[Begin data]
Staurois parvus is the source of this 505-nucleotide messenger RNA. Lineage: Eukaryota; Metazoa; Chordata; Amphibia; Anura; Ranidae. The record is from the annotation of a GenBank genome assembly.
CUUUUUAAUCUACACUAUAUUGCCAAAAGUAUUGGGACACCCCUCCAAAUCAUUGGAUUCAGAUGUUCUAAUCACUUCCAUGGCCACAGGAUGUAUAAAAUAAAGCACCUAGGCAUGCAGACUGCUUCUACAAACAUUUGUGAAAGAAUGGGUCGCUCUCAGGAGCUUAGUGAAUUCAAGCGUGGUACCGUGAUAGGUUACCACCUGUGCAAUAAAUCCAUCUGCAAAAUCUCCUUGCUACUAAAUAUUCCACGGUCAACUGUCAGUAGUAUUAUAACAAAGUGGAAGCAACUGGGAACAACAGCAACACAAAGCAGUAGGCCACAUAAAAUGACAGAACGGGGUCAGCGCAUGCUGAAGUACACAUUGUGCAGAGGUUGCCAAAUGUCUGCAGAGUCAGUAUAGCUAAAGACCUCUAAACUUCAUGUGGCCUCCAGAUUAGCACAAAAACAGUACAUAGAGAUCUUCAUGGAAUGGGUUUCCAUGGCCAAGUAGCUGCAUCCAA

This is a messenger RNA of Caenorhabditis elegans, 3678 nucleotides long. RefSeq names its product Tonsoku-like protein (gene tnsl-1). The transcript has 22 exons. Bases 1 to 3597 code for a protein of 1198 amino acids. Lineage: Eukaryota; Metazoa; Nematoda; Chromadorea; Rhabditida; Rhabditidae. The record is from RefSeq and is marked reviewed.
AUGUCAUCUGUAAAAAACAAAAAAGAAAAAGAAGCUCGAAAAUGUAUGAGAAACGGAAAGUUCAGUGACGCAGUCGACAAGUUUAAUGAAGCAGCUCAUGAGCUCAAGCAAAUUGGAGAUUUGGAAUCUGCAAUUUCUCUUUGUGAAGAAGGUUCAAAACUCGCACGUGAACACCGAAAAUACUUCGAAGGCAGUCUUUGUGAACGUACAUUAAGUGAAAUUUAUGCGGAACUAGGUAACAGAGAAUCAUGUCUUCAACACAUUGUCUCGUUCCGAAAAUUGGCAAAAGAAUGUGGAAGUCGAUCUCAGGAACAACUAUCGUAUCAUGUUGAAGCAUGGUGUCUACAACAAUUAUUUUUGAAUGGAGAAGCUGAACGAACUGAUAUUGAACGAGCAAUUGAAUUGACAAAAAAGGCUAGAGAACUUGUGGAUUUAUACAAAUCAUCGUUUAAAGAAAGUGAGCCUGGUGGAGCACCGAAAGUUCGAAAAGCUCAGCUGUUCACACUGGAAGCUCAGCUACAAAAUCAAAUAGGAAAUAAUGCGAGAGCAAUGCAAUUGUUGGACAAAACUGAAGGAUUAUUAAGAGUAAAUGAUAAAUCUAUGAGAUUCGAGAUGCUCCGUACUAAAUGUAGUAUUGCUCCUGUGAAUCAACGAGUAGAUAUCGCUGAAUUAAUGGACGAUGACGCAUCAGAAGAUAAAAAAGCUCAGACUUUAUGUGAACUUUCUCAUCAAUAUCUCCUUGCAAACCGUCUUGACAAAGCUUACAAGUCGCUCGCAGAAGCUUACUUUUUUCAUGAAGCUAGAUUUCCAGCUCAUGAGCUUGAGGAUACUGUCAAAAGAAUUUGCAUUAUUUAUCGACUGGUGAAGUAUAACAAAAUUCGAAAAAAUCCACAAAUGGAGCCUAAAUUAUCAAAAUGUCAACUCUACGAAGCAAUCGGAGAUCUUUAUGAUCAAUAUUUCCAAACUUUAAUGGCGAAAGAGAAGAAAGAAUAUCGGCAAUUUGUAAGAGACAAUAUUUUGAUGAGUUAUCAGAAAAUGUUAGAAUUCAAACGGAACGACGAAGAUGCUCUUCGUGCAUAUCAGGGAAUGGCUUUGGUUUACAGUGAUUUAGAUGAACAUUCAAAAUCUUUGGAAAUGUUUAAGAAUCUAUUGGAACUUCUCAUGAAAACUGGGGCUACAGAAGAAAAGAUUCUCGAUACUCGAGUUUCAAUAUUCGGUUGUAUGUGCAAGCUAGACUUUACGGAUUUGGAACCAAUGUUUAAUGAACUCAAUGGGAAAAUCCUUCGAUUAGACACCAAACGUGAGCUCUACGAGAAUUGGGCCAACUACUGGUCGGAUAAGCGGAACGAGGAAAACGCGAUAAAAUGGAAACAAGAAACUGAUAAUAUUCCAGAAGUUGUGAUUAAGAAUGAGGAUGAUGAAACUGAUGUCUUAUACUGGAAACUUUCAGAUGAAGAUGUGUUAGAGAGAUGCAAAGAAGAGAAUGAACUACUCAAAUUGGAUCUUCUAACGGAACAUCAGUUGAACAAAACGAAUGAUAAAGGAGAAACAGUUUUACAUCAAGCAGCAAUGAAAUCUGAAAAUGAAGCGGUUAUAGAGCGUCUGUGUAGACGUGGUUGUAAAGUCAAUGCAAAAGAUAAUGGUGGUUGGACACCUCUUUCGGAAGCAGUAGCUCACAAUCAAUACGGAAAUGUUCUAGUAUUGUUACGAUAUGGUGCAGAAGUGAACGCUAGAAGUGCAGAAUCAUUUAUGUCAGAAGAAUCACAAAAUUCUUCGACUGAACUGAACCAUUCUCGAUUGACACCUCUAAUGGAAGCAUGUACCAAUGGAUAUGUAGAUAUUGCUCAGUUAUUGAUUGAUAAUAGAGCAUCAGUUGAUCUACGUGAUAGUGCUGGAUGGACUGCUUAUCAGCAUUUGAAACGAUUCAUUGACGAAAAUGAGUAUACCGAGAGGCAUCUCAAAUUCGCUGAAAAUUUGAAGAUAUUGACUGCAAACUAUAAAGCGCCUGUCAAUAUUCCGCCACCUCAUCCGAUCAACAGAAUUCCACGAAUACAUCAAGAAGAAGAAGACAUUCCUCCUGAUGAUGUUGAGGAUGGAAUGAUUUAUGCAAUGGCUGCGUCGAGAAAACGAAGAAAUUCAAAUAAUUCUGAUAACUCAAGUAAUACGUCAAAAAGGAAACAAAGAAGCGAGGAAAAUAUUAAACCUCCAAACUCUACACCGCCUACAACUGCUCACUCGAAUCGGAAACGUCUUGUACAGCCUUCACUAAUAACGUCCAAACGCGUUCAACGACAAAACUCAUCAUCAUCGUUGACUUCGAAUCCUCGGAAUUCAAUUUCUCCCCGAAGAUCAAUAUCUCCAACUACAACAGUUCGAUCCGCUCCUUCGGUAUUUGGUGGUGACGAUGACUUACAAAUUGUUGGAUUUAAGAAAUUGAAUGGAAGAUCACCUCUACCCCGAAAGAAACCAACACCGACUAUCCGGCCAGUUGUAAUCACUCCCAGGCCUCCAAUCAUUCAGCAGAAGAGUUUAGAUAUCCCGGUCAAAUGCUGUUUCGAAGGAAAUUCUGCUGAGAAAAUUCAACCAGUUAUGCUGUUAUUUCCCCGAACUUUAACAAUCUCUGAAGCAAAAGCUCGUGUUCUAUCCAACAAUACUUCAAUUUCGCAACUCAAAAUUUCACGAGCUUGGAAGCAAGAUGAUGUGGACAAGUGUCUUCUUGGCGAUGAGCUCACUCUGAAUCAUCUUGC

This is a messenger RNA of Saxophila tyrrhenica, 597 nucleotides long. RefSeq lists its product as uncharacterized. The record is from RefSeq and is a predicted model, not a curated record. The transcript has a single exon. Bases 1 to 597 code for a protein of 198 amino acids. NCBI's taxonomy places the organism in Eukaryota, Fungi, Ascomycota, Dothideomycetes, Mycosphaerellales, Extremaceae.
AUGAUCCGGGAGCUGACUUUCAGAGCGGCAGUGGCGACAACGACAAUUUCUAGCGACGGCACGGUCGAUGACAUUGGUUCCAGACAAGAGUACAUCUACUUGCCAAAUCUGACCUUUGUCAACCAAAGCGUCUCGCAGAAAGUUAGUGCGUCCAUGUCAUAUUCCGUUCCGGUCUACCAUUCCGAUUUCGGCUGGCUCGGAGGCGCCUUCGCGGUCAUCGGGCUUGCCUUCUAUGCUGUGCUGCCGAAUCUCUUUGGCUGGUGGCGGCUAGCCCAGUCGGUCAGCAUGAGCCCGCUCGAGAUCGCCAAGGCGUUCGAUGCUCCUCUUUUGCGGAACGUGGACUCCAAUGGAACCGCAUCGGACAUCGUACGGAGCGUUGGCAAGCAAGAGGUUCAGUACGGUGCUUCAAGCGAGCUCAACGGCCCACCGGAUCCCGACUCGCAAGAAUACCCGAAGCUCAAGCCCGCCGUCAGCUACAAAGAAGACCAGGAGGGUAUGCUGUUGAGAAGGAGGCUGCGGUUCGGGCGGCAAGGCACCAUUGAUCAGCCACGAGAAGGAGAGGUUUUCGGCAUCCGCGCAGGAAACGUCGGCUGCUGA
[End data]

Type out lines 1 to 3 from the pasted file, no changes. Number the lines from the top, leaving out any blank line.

Staurois parvus is the source of this 505-nucleotide messenger RNA. Lineage: Eukaryota; Metazoa; Chordata; Amphibia; Anura; Ranidae. The record is from the annotation of a GenBank genome assembly.
CUUUUUAAUCUACACUAUAUUGCCAAAAGUAUUGGGACACCCCUCCAAAUCAUUGGAUUCAGAUGUUCUAAUCACUUCCAUGGCCACAGGAUGUAUAAAAUAAAGCACCUAGGCAUGCAGACUGCUUCUACAAACAUUUGUGAAAGAAUGGGUCGCUCUCAGGAGCUUAGUGAAUUCAAGCGUGGUACCGUGAUAGGUUACCACCUGUGCAAUAAAUCCAUCUGCAAAAUCUCCUUGCUACUAAAUAUUCCACGGUCAACUGUCAGUAGUAUUAUAACAAAGUGGAAGCAACUGGGAACAACAGCAACACAAAGCAGUAGGCCACAUAAAAUGACAGAACGGGGUCAGCGCAUGCUGAAGUACACAUUGUGCAGAGGUUGCCAAAUGUCUGCAGAGUCAGUAUAGCUAAAGACCUCUAAACUUCAUGUGGCCUCCAGAUUAGCACAAAAACAGUACAUAGAGAUCUUCAUGGAAUGGGUUUCCAUGGCCAAGUAGCUGCAUCCAA

This is a messenger RNA of Caenorhabditis elegans, 3678 nucleotides long. RefSeq names its product Tonsoku-like protein (gene tnsl-1). The transcript has 22 exons. Bases 1 to 3597 code for a protein of 1198 amino acids. Lineage: Eukaryota; Metazoa; Nematoda; Chromadorea; Rhabditida; Rhabditidae. The record is from RefSeq and is marked reviewed.